Recently, the government postponed the decennial census exercise (Census 2021) till at least September 2023, as it informed states that administrative boundaries would be frozen beginning July 1, 2023.


Why there is a need to freeze administrative boundaries?

  • Before every Census, states are required to provide information on changes in the number of notified districts, villages, towns and other administrative units such as tehsils, talukas and police stations to the Registrar General of India (RGI).
  • Freezing of boundary limits of administrative units, at least three months prior, thus is a prerequisite for conducting the census, to prevent State governments’ tendency to create new districts and tehsils or reorganise existing ones.
  • If changes in administration boundaries happen during a Census, there would be chaos in the field over supervision of such areas. This could lead to some areas being left out of the Census.
  • The house-listing operations were traditionally taken up in various States at different points of time between March and September of the year prior to the Census. As a result, the government may have decided to freeze administrative boundaries to coincide with house-listing operations, thereby shortening the time between the freezing of boundaries and the actual Census enumeration.


Implications of delay in Census

  • Non-availability of reliable data — Though India has population projections at the State and national level, but it is not feasible to get reliable projections at lower geographic levels such as for districts and cities until census is not conducted.
  • Limitation of sample surveys — Information on the improvement in literacy and educational levels, economic activity, migration, etc., or the impact of schemes like Swachh Bharat Abhiyan is derived from sample surveys. But these surveys cannot be used to find answers related to literacy rates in villages or proportion of people in tehsil getting regular potable water supply. Such information related to population characteristics, housing, amenities, etc., are provided by timely conducted census.
  • Ambiguity in granting reservation — Delay in the Census means that the data from the 2011 Census would continue to be used to determine the reservation of seats for SCs, STs, etc., in legislature, local bodies, etc. Since many towns and panchayats have seen rapid changes in the composition of their population over the last decade, delaying census would mean that either too many or too few seats are being reserved.
  • Dynamic rural-urban distribution — The rural-urban population has been rapidly changing and there is high population growth in the urban areas over the years due to migration. For example, areas under the Bengaluru Municipality grew by 49.3% during 2001-11, while the Municipal Corporation of Greater Mumbai (11.9%), Delhi (11.7%), and Chennai (7%) had much lower growth rates. Thus, to enumerate these population dynamics, timely census is critical.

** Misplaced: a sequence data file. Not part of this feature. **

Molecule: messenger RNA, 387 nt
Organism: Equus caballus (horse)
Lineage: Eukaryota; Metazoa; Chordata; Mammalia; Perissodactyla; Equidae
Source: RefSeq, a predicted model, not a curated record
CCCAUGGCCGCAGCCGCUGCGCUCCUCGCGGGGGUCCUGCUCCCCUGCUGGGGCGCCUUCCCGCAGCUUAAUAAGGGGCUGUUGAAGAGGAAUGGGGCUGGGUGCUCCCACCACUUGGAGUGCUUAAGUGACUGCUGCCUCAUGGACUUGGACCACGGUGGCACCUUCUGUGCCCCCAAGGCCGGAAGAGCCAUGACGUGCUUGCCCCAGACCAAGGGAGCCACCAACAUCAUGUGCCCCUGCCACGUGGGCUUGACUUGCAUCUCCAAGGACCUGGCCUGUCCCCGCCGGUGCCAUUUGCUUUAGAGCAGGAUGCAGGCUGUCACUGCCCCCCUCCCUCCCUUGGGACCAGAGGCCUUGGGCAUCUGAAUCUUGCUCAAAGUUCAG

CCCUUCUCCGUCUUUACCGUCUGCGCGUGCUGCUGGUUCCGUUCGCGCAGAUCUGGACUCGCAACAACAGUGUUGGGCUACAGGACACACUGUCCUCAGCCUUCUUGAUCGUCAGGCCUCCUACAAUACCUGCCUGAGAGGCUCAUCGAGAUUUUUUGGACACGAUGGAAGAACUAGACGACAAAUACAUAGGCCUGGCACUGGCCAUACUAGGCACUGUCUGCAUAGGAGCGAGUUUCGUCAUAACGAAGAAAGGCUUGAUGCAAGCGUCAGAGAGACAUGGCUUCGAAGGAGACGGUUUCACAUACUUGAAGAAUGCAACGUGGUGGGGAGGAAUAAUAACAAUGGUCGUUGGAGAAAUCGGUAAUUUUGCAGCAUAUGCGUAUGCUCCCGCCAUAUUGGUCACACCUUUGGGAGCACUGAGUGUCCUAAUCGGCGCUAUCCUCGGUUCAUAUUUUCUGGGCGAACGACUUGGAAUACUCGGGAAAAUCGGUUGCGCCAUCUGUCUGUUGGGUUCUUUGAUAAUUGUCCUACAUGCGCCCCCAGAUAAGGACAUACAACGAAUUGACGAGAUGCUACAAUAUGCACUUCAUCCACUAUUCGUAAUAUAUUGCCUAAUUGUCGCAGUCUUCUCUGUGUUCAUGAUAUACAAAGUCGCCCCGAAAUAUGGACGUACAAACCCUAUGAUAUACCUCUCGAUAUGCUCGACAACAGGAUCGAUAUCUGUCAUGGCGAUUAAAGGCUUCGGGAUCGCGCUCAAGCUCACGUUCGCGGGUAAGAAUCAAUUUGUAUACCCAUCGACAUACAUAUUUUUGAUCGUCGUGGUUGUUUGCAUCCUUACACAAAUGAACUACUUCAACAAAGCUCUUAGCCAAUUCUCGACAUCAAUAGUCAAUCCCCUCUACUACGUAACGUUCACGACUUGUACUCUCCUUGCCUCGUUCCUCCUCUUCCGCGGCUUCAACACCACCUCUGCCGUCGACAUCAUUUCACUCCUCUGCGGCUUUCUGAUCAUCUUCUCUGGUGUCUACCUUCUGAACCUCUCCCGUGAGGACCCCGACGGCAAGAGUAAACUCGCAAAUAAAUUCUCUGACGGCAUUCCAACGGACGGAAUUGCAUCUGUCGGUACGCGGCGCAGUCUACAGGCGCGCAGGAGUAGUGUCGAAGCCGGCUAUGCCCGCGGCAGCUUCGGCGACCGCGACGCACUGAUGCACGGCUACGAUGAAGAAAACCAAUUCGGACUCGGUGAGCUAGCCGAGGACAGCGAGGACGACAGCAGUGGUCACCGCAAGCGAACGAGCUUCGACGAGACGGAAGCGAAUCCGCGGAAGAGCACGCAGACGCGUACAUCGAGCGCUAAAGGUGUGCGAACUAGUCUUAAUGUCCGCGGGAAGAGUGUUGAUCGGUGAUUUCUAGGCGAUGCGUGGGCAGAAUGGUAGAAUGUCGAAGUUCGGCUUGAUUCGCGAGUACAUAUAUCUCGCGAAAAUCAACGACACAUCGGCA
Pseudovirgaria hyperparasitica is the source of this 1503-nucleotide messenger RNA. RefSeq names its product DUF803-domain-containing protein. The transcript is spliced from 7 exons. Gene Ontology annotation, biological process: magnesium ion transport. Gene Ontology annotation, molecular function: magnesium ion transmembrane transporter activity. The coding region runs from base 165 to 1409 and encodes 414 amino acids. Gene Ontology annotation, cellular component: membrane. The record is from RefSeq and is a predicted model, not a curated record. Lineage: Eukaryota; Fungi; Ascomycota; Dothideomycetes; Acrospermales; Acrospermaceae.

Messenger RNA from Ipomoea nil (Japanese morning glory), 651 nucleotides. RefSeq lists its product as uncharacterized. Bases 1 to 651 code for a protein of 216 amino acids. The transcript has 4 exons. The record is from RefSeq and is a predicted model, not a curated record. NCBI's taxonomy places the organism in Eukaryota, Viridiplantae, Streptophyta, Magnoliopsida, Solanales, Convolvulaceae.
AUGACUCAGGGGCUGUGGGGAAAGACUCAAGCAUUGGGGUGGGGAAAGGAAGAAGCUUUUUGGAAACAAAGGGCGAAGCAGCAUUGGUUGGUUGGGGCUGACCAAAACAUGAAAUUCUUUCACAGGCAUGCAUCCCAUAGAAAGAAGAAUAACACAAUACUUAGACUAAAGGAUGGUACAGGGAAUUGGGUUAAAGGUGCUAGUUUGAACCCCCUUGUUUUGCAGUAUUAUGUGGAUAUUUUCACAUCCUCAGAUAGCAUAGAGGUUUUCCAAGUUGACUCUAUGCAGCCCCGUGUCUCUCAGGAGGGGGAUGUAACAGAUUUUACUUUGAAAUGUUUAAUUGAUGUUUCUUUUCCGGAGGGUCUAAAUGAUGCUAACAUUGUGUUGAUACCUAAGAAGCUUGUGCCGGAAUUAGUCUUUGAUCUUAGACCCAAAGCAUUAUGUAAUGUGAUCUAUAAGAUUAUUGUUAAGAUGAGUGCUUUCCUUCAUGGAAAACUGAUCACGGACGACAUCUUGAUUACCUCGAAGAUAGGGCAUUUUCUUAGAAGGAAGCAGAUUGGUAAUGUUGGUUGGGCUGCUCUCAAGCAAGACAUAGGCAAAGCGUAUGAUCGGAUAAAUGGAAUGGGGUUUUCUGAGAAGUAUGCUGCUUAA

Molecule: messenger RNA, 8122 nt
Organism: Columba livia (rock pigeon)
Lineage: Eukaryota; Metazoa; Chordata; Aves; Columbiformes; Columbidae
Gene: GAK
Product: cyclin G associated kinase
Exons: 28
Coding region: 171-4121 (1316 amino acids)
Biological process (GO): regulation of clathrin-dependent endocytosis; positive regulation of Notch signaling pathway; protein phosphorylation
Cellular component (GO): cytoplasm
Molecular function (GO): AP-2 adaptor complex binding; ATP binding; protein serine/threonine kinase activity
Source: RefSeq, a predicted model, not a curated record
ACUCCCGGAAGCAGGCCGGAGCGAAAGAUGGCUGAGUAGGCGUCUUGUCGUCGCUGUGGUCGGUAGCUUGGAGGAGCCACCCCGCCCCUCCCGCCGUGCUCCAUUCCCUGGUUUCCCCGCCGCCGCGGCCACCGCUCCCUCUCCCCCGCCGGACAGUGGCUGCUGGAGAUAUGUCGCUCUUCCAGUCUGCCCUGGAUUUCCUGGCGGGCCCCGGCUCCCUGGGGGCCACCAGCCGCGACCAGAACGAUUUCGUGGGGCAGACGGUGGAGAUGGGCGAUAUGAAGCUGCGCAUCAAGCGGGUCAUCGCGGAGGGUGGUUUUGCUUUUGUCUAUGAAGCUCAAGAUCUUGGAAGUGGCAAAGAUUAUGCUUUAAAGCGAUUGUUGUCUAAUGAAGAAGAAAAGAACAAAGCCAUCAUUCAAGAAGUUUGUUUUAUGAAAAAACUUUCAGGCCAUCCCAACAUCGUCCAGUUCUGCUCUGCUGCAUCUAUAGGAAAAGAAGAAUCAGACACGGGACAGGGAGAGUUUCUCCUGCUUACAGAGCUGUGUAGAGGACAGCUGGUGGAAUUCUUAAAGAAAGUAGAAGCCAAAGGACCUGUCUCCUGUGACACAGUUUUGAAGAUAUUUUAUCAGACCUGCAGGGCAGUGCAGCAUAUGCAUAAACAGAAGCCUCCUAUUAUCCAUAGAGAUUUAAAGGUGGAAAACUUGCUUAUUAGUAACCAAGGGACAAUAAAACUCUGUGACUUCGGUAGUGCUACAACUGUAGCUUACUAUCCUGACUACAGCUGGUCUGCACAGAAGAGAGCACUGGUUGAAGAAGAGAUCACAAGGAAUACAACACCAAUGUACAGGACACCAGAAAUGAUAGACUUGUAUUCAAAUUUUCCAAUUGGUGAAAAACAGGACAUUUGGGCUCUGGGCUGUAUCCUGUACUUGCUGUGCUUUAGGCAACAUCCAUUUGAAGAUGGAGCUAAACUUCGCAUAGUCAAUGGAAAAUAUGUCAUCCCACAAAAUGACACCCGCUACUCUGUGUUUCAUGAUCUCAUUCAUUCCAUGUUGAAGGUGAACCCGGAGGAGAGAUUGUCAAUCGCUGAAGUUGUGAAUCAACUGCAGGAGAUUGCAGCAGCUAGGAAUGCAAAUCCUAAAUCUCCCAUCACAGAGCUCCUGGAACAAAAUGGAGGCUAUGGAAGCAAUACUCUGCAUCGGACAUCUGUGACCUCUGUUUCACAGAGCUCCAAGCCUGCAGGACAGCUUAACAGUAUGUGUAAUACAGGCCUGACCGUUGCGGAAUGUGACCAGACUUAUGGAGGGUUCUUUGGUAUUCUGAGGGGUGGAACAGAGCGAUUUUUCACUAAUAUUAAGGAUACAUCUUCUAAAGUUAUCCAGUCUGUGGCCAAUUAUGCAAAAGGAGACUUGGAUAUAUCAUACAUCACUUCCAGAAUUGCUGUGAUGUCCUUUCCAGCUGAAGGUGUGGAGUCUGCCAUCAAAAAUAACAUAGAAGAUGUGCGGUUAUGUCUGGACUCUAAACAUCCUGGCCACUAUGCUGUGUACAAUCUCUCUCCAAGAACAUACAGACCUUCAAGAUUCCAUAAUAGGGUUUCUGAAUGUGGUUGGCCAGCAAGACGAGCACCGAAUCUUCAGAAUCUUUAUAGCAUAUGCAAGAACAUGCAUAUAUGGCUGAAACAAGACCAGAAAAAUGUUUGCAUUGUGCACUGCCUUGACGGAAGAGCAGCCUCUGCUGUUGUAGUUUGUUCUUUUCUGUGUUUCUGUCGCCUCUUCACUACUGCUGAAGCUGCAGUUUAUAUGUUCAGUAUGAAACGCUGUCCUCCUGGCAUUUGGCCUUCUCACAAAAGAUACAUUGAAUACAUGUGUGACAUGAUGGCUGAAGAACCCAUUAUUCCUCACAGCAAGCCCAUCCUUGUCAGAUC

• Enumerating Covid mortality — The pandemic impact on age distribution in severely affected areas would give an indirect approximation of the number of deaths. The census could validate or reject the various estimates of the number of deaths due to the pandemic.
  • Discrepancies in PDS entitlement — The National Food Security Act, 2013, entitles subsidised food grains to 75% of the rural population and 50% of the urban population, utilizing 2011 Census (121 crore). However, today India’s population has grown to about 137crore and current delay in Census data would deprive more than 10 crore people of subsidised food entitlements.


Way Forward

  • Make timely conduct of census a Constitutional obligation — The Constitution mentions the use of Census data for delimitation of constituencies and to determine reservation for SCs and STs, but does not mention about the periodicity of the census. The Census Act, 1948, which predates the Constitution, also provides the legal background for several activities relating to the Census without mentioning anything about its periodicity. This puts the onus of deciding when to conduct a Census on the executive., unlike S. and Japan where the Constitution or the Census law mandates a Census with defined periodicity. India needs to simulate this practice for timely conduct of Census.
  • Dissociate Census from NPR — The decision to collect data for the National Population Register (NPR) through the Census operations was highly debated. Such controversies negatively impact the Census. Thus, the central government should disassociate the Census from a politically sensitive issue like NPR as it has already been considerably delayed. This would help complete the Census as early as possible and maintain reliability of data.



The first Census after 2026 would be used for delimitation of Parliamentary and Assembly constituencies and for the distribution of parliamentary seats among the States. Due to the disparity in population growth rates between the States, there could be changes in the distribution of seats in Parliament, and hence the Census is likely to be held in a more politically charged atmosphere, thus it is necessary that this Census is done as early as possible.


Source – The Hindu


QUESTION – A delay in the conduct of decadal census is expensive in terms of social, economic and administrative costs. Do you agree? Comment.